) AS S
ON
(
  T."s_w_id" = S."s_w_id" AND T."s_i_id" = S."s_i_id"
)
WHEN MATCHED AND S.METADATA$FLAG = 'U' THEN 
  UPDATE SET "s_quantity" = S."s_quantity", "s_dist_01" = S."s_dist_01", …, "s_remote_cnt" = S."s_remote_cnt", "s_data" = S."s_data"
WHEN MATCHED AND S.METADATA$FLAG = 'D' THEN
  DELETE
WHEN NOT MATCHED AND S.METADATA$FLAG != 'D' THEN
  INSERT ("s_i_id", "s_w_id", "s_quantity", "s_dist_01", …, "s_remote_cnt", "s_data")
  VALUES (S."s_i_id", S."s_w_id", S."s_quantity", S."s_dist_01", …, S."s_remote_cnt", S."s_data")
;

Replicate DDL 

tidb2dw also supports replicating DDLs to downstreams in the steps below:

  1. If the TiDB table structure is changed, TiCDC logs it in schema files. The following DDL statement initiated column renaming for the specified table.
    mysql> alter table customer rename column c_id to c_id_tmp;
    Query OK, 0 rows affected (0.08 sec)

    TiCDC will then generate one data file and two schema files as shown below:

  2. Apply the change in the Snowflake. This involves comparing the difference of the schema files to identify the change and apply it in Snowflake with the relevant DDL command.
    Diff
         "TableColumns": [
             {
                 "ColumnId": "1",
    -            "ColumnName": "c_id",
    +            "ColumnName": "c_id_tmp",
                 "ColumnType": "INT",
                 "ColumnPrecision": "11",
                 "ColumnNullable": "false", 
    
    
    SQL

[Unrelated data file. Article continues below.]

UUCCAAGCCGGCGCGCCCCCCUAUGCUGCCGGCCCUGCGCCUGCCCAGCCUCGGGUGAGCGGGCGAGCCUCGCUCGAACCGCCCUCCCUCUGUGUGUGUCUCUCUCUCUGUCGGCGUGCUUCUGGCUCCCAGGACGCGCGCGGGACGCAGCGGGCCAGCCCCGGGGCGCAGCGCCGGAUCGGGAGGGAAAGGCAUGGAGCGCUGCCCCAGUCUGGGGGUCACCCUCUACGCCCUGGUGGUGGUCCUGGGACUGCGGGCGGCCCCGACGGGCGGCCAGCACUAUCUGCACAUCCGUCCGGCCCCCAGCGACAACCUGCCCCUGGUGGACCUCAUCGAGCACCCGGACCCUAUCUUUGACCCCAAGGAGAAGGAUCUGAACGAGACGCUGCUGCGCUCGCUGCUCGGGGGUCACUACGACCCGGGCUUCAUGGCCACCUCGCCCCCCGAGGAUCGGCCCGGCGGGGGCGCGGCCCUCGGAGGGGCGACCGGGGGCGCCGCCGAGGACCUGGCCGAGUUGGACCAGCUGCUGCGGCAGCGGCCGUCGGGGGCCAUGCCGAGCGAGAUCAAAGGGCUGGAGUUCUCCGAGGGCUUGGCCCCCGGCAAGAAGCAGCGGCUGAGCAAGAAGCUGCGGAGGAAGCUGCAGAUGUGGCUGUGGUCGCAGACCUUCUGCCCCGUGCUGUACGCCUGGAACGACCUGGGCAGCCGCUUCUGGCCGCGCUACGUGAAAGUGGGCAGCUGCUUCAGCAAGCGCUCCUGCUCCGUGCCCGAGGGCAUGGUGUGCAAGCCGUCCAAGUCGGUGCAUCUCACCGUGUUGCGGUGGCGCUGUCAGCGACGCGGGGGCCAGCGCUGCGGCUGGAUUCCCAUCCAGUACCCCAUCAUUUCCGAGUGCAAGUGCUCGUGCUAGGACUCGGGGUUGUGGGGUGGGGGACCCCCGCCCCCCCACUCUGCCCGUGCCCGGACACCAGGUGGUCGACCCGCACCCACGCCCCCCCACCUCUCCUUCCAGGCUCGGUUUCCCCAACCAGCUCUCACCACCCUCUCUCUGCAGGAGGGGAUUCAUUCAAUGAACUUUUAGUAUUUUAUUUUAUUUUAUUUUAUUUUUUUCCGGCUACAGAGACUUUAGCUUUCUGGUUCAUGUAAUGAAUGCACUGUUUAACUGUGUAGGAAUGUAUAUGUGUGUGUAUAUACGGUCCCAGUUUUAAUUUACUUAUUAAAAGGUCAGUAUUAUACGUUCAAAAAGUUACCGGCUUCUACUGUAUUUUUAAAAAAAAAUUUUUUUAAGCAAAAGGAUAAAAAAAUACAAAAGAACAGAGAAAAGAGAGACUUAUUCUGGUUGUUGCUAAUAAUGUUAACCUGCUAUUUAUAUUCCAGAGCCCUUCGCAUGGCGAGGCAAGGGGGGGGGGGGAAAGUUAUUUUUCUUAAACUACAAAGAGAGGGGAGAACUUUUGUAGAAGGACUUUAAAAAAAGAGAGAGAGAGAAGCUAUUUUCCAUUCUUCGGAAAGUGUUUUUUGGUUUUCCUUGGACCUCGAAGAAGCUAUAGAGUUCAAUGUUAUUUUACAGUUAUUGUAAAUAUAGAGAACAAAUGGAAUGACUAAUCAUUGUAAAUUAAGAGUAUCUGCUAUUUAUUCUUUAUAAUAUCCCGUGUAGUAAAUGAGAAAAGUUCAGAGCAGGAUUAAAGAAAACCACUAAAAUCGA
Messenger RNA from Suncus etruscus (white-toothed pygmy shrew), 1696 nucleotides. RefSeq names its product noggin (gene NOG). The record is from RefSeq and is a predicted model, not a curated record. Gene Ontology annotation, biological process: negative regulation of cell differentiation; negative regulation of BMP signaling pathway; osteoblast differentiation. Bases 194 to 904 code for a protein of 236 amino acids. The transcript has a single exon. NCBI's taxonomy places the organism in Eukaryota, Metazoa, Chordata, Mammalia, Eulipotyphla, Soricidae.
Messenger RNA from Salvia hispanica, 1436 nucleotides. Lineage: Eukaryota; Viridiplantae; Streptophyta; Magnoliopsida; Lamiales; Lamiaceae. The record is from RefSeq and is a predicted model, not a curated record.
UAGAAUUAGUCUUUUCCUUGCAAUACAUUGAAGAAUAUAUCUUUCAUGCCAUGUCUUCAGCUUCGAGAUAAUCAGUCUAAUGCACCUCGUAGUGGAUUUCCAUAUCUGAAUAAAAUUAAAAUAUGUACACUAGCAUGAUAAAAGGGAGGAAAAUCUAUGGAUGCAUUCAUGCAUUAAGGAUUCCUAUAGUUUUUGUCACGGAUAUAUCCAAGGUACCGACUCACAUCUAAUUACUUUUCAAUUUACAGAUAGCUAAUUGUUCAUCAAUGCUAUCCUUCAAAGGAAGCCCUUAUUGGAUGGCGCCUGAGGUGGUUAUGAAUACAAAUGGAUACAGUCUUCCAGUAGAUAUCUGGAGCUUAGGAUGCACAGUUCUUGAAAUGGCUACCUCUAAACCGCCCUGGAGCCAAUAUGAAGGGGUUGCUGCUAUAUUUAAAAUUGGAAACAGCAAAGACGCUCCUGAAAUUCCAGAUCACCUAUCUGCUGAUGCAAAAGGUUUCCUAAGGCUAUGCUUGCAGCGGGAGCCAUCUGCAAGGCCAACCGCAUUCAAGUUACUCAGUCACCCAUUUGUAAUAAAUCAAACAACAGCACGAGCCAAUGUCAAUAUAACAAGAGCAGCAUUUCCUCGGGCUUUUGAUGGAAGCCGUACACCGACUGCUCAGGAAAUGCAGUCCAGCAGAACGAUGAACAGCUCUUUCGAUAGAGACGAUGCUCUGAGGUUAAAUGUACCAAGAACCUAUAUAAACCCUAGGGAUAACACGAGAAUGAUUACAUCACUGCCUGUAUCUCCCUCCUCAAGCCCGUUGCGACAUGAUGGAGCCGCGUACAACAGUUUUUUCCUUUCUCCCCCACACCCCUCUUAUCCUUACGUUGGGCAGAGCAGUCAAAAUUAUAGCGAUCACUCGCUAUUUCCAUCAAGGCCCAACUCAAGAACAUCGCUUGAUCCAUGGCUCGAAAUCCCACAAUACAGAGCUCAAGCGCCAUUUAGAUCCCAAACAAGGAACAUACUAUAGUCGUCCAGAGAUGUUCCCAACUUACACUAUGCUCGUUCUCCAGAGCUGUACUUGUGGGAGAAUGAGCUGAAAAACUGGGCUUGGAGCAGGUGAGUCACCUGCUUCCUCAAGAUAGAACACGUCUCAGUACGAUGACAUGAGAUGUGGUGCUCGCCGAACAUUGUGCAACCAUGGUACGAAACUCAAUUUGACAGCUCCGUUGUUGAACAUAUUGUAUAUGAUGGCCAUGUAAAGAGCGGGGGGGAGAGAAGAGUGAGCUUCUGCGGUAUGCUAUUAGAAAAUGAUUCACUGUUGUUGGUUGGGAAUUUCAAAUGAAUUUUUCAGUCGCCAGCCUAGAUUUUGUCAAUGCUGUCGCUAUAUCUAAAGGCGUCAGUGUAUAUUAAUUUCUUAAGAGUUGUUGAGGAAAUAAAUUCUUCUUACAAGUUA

ALTER TABLE customer RENAME COLUMN c_id TO c_id_tmp;
    

Known limitations of tidb2dw 

tidb2dw offers support for a range of DDLs that alter the table’s schema (excluding those related to indexes). These include:

  • Adding columns
  • Dropping columns
  • Renaming columns
  • Modifying column types
  • Dropping tables
  • Truncating tables

However, users must be aware of the following limitations and caveats:

  • Partitioned tables: Snowflake doesn’t handle partitioned tables. In the eyes of tidb2dw, a table with multiple partitions is treated as a standard table.
  • Column type modifications: While TiDB may have flexible operations on modifying column types, Snowflake poses numerous restrictions. For example, Snowflake doesn’t permit updating the default value of a column. Please consult the Snowflake documentation for a comprehensive list of such constraints.
  • DDL-DML dependency: Before executing any DDL, ensure at least one DML has been executed; failing to do this can result in errors.

Conclusion

With tidb2dw, you can effortlessly replicate data from your TiDB cluster to Snowflake or other 3rd party data warehouses. This is just the beginning. Our engineering team is moving fast to bring even more features to tidb2dw, including:

  • Support for more warehouses such as Redshift and BigQuery.
  • Available as a cloud service: To further simplify the user experience, we plan to make tidb2dw available on TiDB Dedicated, our fully-managed cloud DBaaS for predictable workloads You can then deploy tidb2dw with just a few clicks. 

Do note that tidb2dw is in its early stages of development. We appreciate the community’s patience and feedback. However, if you stumble upon any issues, please don’t hesitate to open an issue or file a PR. The journey ahead is promising—stay tuned!